Auburn Family

Students, faculty and fans’ devastation flooded local and national newspapers after a confirmed report that Toomer’s oak trees had been indeed poisoned. 


Heartbroken fans lined the trees with flowers, posters and memorabilia to honor the trees and how much they mean to the Auburn family.  Tree experts are in the process of trying to salvage the trees, but there is little hope for a recovery.

 

Rolling Toomer’s Corner has been symbolic of any big win for Auburn for generations.  Fans from all over make the trip even if they are unable to get tickets to a game and bring families and friends to partake in the enjoyment.

Linde Stejskal, a junior pursuing a business degree, expresses her remorse for the deliberate attempt to destroy such a special tradition of thousands of people.  “I have been coming to Auburn to roll Toomer’s Corner ever since I can remember,” said Stejskal.  “My dad and my three older sisters all graduated from Auburn, and they now bring their children to enjoy this fun tradition.  I always thought once I had a family of my own we would share many happy memories rolling Toomer’s Corner, as I have made with my parents and sisters.”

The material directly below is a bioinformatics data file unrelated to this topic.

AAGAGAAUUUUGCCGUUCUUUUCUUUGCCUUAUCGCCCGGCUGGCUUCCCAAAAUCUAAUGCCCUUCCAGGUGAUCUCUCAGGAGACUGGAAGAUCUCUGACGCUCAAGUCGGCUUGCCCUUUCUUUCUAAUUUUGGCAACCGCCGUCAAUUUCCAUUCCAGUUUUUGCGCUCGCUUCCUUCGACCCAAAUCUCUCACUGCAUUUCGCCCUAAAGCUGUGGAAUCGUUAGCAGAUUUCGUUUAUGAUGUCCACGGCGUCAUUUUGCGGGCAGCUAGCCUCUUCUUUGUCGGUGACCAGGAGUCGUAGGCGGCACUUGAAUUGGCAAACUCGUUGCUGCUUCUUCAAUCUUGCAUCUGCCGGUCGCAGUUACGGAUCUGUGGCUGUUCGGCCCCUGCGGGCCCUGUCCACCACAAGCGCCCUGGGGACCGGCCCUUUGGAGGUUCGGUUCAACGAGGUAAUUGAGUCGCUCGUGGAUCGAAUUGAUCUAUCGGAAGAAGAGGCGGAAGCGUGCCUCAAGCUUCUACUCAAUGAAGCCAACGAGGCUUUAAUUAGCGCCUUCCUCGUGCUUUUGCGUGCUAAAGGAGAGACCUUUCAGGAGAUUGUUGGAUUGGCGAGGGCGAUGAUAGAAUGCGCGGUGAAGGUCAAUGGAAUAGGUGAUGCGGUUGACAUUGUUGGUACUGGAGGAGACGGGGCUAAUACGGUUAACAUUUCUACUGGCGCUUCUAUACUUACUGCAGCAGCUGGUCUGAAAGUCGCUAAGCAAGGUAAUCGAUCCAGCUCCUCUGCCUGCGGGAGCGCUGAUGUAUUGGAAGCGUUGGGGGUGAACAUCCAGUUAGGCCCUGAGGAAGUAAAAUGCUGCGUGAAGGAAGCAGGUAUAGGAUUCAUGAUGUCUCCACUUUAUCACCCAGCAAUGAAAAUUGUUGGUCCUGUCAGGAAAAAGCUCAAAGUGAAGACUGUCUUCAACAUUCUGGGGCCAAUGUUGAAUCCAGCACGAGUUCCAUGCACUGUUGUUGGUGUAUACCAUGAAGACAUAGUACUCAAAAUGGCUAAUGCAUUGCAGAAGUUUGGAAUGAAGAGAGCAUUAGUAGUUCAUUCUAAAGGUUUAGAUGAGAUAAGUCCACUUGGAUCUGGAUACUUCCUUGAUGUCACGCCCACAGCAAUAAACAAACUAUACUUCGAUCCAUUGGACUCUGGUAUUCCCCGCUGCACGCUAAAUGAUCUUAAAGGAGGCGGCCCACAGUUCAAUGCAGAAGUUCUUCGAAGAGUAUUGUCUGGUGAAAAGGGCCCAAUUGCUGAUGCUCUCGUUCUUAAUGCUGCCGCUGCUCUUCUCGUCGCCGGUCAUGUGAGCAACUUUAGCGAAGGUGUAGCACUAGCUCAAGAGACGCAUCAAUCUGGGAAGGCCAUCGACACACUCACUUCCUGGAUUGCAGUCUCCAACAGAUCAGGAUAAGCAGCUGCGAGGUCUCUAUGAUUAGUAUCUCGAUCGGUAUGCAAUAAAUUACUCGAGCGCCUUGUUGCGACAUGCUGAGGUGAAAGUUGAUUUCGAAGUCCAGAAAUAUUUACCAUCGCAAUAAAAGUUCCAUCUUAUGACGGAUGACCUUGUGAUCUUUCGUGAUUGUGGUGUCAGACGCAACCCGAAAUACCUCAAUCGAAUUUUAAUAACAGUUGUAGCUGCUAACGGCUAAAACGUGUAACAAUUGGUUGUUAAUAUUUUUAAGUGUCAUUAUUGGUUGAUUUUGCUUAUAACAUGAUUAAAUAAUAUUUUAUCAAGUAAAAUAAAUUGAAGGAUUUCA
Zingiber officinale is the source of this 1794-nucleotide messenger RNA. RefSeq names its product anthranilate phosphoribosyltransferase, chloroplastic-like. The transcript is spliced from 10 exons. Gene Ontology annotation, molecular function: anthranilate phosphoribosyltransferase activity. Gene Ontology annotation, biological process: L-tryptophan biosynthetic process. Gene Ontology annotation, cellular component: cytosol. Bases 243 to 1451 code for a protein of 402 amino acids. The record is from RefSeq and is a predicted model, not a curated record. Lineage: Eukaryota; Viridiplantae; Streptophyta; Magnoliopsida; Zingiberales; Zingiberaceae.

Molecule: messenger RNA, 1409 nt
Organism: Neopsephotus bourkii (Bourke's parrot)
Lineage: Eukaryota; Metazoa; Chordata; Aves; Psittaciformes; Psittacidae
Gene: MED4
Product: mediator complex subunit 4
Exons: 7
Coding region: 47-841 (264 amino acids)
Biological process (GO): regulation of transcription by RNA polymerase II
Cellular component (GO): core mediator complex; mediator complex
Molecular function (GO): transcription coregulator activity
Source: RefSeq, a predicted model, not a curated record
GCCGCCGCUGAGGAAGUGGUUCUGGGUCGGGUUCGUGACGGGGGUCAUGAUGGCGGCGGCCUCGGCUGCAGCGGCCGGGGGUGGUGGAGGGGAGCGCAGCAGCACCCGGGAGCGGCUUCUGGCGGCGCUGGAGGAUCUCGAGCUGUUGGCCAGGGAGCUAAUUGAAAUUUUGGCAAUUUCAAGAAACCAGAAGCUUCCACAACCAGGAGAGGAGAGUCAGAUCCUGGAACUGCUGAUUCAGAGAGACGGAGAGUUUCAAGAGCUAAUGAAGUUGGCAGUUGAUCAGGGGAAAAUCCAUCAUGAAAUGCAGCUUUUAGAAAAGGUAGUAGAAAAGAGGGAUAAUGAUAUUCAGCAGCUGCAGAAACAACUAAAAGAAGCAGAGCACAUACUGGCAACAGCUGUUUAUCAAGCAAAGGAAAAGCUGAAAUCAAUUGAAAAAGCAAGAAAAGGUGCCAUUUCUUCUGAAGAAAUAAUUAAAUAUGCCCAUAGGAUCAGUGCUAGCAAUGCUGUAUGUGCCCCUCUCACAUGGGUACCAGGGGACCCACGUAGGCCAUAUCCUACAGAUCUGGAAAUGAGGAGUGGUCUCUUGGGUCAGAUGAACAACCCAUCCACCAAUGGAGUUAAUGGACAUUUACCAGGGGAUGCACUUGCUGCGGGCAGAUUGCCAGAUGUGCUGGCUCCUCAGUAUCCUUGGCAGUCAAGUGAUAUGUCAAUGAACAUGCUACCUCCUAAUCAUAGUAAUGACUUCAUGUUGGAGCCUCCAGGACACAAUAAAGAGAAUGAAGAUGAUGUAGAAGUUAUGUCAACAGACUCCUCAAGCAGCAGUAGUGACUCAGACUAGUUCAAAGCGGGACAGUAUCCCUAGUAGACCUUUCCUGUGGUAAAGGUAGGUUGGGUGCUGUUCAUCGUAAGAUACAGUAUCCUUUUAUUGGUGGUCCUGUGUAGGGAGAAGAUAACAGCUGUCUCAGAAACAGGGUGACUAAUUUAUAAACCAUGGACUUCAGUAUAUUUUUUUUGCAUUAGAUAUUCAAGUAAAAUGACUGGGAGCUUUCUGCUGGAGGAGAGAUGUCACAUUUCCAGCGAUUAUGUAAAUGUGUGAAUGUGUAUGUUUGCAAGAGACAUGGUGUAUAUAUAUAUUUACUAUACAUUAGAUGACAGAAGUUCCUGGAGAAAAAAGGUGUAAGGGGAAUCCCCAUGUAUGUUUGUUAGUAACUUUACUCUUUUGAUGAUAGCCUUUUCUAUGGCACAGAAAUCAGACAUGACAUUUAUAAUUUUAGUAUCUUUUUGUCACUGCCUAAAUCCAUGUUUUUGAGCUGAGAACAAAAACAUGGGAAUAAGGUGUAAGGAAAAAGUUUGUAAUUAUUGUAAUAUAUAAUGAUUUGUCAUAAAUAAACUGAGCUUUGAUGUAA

Stejskal reminisced on the several occasions where she and her friends and boyfriend would enjoy taking pictures under the white canopy of toilet paper.  “It’s just something you have to experience for yourself,” said Stejskal.  “I have never seen such a display of pride and adoration by so many fans at any other school.”

 

Stacey Early, an Auburn Alum, was consumed with shock upon hearing the news of Toomer’s Corner.  She recently moved back to Auburn with her husband and three sons.  “I just couldn’t believe someone would actually do such a terrible thing,” said Early.  “I took my boys to their first Auburn Football game this year, and they were completely awestruck by the idea of actually getting to tee-pee a tree after the team won.  They were overwhelmed with such excitement, my husband and I could barely keep track of them.”

 

Early is hopeful that Auburn will somehow be able to save the trees so she does not have to break the upsetting news to her young sons.  “They don’t understand what is going on with the trees, they just think they are sick,” said Early.  “Even if we do lose the trees, we will always have the memories, the one thing no one can destroy.”

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